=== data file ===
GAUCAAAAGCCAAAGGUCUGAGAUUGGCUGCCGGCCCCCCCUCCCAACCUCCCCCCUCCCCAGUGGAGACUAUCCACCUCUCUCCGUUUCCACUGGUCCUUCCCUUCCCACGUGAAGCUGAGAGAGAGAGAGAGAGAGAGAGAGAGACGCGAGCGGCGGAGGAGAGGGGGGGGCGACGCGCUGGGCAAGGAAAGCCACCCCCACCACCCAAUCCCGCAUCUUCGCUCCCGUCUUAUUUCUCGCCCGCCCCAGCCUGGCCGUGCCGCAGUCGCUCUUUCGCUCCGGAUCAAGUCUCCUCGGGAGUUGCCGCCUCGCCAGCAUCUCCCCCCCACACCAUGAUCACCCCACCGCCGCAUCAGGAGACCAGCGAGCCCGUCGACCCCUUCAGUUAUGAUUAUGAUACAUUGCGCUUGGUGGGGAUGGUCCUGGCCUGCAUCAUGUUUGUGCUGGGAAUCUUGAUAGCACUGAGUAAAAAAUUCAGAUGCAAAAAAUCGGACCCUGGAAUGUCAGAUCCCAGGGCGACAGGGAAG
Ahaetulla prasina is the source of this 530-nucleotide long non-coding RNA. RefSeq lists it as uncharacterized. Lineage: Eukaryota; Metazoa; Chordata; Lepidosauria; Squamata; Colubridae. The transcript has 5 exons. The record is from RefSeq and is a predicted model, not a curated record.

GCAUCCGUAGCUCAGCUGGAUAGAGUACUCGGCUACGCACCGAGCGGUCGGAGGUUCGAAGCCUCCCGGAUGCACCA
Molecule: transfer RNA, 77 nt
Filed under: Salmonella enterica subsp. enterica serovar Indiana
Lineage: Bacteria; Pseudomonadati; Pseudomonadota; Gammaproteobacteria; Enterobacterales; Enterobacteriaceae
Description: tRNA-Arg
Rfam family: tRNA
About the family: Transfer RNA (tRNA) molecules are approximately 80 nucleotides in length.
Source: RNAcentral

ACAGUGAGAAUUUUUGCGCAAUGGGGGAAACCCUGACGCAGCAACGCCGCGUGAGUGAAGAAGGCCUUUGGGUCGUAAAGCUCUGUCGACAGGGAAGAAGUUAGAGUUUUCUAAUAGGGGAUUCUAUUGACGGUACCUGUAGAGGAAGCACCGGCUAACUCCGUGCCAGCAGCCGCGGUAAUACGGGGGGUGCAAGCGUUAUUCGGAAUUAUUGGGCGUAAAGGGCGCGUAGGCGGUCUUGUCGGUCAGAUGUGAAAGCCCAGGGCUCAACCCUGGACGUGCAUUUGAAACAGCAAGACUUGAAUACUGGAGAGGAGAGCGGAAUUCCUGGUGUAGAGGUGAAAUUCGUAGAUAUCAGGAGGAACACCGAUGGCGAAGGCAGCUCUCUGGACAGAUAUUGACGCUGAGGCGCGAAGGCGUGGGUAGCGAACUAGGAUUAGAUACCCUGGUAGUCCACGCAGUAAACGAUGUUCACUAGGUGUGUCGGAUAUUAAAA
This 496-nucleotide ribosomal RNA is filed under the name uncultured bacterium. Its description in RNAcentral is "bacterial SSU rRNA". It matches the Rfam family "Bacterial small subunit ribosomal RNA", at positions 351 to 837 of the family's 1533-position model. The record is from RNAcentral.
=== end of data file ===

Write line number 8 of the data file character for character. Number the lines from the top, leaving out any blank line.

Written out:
Rfam family: tRNA